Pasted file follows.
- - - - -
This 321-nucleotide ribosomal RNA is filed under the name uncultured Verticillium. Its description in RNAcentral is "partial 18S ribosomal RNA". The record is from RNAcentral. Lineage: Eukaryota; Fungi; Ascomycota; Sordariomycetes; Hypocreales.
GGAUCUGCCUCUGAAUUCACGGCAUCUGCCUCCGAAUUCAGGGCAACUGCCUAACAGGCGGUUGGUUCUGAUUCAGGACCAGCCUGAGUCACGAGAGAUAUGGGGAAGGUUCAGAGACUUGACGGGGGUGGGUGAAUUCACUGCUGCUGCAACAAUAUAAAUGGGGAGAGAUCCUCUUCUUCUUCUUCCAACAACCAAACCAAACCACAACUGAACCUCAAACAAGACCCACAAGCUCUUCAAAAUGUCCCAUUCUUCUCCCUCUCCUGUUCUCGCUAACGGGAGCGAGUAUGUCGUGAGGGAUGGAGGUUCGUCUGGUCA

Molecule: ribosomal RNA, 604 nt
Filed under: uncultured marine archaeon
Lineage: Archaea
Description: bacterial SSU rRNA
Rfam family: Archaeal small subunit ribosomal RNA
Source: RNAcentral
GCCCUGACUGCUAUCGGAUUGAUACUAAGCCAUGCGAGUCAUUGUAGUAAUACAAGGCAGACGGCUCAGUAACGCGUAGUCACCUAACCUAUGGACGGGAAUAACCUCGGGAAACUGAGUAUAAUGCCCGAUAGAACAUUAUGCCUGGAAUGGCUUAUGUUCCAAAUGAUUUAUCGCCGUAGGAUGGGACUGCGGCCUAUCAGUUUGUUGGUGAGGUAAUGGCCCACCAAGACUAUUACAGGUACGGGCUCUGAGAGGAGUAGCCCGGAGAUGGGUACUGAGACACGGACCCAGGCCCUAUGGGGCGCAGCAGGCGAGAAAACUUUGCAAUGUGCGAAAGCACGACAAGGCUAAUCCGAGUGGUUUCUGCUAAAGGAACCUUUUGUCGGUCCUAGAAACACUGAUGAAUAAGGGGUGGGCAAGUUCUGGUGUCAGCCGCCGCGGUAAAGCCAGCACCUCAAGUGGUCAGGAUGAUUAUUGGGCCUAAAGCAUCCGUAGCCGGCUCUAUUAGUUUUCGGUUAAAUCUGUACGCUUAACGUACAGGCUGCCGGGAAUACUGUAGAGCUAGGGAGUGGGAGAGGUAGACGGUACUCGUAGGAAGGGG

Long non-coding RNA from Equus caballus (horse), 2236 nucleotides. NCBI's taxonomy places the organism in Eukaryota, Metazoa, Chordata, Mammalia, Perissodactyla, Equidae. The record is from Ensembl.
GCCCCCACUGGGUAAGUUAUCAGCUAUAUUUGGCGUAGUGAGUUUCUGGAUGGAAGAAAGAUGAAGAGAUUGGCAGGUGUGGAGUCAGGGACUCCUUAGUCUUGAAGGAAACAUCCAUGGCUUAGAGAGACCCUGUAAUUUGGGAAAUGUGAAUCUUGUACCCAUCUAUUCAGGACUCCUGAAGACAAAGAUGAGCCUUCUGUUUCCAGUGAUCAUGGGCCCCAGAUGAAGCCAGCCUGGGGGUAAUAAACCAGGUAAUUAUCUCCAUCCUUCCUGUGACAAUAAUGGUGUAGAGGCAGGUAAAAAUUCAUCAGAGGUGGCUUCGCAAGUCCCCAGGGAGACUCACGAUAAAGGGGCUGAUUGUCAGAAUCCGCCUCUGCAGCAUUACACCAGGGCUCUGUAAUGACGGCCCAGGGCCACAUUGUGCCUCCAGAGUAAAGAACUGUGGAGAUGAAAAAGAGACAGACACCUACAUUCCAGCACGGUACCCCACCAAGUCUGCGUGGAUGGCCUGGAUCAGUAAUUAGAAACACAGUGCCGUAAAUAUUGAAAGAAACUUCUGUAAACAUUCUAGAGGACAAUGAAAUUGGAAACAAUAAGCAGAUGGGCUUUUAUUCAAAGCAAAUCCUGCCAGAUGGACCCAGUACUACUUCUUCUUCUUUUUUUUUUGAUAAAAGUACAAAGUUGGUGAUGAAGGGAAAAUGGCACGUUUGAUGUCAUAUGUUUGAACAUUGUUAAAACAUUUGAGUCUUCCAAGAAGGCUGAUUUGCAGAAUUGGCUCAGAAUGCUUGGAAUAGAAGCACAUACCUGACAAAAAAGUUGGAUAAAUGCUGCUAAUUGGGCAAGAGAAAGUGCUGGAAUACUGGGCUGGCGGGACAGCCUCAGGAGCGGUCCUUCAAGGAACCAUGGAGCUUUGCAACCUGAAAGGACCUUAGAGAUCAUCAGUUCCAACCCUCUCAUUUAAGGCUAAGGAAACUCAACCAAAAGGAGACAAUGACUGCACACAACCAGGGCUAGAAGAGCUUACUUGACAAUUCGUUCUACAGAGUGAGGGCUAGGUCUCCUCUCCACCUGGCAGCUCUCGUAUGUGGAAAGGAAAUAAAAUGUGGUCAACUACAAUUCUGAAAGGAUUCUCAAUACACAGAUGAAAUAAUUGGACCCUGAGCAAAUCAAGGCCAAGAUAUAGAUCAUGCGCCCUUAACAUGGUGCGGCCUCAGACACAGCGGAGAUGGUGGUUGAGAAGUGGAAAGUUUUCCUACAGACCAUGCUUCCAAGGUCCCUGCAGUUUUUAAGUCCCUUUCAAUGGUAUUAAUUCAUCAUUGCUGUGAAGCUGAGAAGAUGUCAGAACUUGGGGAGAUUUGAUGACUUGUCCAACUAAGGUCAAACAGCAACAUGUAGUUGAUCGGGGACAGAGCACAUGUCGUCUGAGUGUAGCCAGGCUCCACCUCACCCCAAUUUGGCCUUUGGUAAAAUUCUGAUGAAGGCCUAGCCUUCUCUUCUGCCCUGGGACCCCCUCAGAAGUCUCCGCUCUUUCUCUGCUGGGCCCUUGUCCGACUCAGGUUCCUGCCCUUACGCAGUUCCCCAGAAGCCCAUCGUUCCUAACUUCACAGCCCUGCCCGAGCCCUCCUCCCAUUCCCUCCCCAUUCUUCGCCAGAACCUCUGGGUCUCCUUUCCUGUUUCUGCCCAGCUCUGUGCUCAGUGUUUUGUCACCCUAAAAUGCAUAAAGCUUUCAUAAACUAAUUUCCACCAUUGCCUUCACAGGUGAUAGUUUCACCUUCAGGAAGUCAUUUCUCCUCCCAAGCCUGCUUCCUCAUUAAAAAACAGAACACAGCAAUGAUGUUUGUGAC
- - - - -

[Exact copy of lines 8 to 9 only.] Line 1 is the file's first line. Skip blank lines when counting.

Source: RNAcentral
GCCCUGACUGCUAUCGGAUUGAUACUAAGCCAUGCGAGUCAUUGUAGUAAUACAAGGCAGACGGCUCAGUAACGCGUAGUCACCUAACCUAUGGACGGGAAUAACCUCGGGAAACUGAGUAUAAUGCCCGAUAGAACAUUAUGCCUGGAAUGGCUUAUGUUCCAAAUGAUUUAUCGCCGUAGGAUGGGACUGCGGCCUAUCAGUUUGUUGGUGAGGUAAUGGCCCACCAAGACUAUUACAGGUACGGGCUCUGAGAGGAGUAGCCCGGAGAUGGGUACUGAGACACGGACCCAGGCCCUAUGGGGCGCAGCAGGCGAGAAAACUUUGCAAUGUGCGAAAGCACGACAAGGCUAAUCCGAGUGGUUUCUGCUAAAGGAACCUUUUGUCGGUCCUAGAAACACUGAUGAAUAAGGGGUGGGCAAGUUCUGGUGUCAGCCGCCGCGGUAAAGCCAGCACCUCAAGUGGUCAGGAUGAUUAUUGGGCCUAAAGCAUCCGUAGCCGGCUCUAUUAGUUUUCGGUUAAAUCUGUACGCUUAACGUACAGGCUGCCGGGAAUACUGUAGAGCUAGGGAGUGGGAGAGGUAGACGGUACUCGUAGGAAGGGG